It’s the little things that can bite you

I recently returned from a family holiday in Tasmania. Nothing glamourous, just a self-catering week in the interior — tall trees, waterfalls, leeches.

We set off one afternoon from our cabin on an hour-long walk, ostensibly to spot wedge-tailed eagles. With two kids under the age of 10 I was bringing up the rear of our indian-file mini-hike to ensure our easily-distracted six-year-old didn’t fall down a wombat hole without anyone’s knowledge. In the middle of a particularly satisfying alfresco pitstop I heard what could have been a spotted quoll being waterboarded. The racket was actually my wife noisily encountering the local leech population. I arrived on the scene still doing up my flies, prepared to hose the situation down with a few carefully chosen words of reassurance. But as I saw these fearsome little critters slipping through the perforated fabric of our children’s jogging shoes like quicksilver I joined in the quoll chorus… I couldn’t help it, my brain instantly conjured up images of me, grim-faced, holding a match over my boy’s kero-doused foot teeming with plump blood-suckers… “I’m afraid there’s no other way son”. Snapping back into the moment, like a man possessed, I frantically grabbed at squirming, burrowing black tails. Fortunately the leeches were quite easily removed. But the sight of my nine-year-old, wide-eyed and cemented to the spot in terror with a hungry leach hanging off his cheek, will take some time to shift from my memory.

Will our leech experience be the lasting one from our holiday? Yes, probably. Admittedly we’re already joking about it (”gee that walk sucked didn’t it?” “Talk about getting close to nature” etc) and it’ll become part our family’s folklore, but it does illustrate a point we all know well. It takes millions of dollars in investment, marketing, training, and innovation to get a pass mark in hospitality and takes a missing 50-cent roll of dunny paper or a two-cent lipstick mark on a glass — or even a rogue leach colony you have no control over — to leave a lasting negative impression.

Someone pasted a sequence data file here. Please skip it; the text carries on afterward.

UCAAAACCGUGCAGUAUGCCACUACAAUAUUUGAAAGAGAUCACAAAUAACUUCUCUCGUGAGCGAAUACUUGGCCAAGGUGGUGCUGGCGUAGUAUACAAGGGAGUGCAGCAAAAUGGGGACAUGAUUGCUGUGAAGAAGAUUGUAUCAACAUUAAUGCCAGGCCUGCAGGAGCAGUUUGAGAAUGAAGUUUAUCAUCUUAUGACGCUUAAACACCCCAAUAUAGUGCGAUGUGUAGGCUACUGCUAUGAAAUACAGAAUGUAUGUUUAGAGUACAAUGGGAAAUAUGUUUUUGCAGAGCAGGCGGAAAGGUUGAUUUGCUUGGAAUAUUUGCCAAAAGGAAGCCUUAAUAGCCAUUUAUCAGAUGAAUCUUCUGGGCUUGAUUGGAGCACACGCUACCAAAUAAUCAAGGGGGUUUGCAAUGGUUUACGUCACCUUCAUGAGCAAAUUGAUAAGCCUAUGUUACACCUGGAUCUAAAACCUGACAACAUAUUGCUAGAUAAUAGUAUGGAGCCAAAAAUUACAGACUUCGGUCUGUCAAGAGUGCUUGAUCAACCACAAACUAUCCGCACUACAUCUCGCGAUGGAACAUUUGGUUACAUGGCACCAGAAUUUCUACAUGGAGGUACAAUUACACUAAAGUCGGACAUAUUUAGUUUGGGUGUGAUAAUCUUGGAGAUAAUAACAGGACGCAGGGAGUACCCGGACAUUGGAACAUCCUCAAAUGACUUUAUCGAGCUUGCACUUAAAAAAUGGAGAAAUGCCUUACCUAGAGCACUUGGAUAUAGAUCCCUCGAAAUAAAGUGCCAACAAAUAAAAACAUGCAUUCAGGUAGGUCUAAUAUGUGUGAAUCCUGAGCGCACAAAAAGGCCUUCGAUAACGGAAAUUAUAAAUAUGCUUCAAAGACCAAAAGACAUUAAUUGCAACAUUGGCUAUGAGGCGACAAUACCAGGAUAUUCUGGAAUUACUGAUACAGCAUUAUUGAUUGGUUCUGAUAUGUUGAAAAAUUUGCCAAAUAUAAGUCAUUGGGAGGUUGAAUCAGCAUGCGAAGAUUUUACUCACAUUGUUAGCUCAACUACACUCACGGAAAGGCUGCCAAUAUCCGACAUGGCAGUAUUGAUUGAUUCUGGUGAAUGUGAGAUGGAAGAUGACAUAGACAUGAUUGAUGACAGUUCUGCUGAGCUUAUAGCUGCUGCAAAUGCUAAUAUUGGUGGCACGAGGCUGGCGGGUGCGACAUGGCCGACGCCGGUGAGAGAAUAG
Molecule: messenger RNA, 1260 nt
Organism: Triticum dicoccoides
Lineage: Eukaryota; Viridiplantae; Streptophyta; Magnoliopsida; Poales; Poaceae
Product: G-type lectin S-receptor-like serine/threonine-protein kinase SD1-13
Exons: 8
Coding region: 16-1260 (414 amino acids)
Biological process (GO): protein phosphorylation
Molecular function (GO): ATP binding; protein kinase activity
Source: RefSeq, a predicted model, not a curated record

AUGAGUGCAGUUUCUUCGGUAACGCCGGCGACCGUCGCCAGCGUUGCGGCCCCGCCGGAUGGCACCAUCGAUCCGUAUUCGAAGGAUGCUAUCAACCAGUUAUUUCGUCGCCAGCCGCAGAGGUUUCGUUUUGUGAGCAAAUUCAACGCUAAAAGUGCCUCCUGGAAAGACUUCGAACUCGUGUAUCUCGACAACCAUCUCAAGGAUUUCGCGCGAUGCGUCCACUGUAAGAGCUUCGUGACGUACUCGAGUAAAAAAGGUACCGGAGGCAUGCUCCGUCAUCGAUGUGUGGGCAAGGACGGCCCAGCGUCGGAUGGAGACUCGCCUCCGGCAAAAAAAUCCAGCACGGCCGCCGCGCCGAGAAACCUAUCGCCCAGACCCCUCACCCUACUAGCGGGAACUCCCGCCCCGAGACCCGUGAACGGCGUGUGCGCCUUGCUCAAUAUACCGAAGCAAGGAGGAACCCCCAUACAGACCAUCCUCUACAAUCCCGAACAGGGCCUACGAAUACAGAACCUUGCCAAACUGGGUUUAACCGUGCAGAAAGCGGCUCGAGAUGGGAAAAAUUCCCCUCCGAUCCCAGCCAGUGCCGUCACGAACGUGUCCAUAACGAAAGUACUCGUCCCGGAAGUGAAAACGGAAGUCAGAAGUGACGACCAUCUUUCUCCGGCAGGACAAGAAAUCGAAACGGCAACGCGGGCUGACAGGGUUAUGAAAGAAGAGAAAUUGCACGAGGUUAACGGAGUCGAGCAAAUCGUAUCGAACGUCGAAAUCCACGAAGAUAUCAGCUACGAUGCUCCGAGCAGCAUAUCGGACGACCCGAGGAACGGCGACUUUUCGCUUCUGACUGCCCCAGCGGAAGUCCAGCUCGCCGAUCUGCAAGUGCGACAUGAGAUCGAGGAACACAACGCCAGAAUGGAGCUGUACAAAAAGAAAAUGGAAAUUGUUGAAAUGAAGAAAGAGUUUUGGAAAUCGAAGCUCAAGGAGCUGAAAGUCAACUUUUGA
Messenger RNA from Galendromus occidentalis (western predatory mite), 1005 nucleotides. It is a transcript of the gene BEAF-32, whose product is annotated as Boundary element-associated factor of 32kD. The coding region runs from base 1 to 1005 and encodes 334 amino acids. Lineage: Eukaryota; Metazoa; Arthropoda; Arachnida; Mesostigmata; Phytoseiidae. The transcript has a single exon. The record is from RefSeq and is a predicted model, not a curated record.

It’s hardly fair, but it’s the little things that matter.

The flipside is equally as important: the best hotel operators understand how it’s the little things that can unexpectedly delight and have a disproportionately big and favourable difference. I’ve experienced this with cool design, where the less than obvious rewards repeat visits. Then there are times I’ve been given a complimentary gourmet nosebag, which has always repaid the hotel in spades as I’ve dived into the bar fridge for something to accompany it. Then there’s that cool book on the side table, a signed note from the manager, a smile from housekeeping, a table upgrade in the house restaurant, a parking voucher… they can all add up to a word-of-mouth rave review from your guests.

This issue our cover story is an interview with Will Deague, CEO of APBC (the parent company of Art Series Hotels). The Art Series Hotels is an audacious start-up chain of boutique five-star hotels. One thing that became clear to me was that Will and his team instinctively understand the ‘little things’ principle. The baby canvas kits at reception are a fabulous idea — use the paints to colour in between the lines and have yourself a Cullen or Olsen ‘original’. Being able to hire a Smart car by the hour at a subsidised rate is another bonza brainwave. Better still, grab a Cullen bicycle!

As an operator it’s understandably easy to be utterly focussed on the 95% to achieve the pass mark of customer satisfaction and forget about the ‘one percenters’ that can cover you in glory. I mean, no one will send you a personal note about the quality of your air conditioner’s cooling tower but they may well rave for days about the homemade muffins at breakfast.

It’s the little things, after all.

Christopher Holder, Editorial Director

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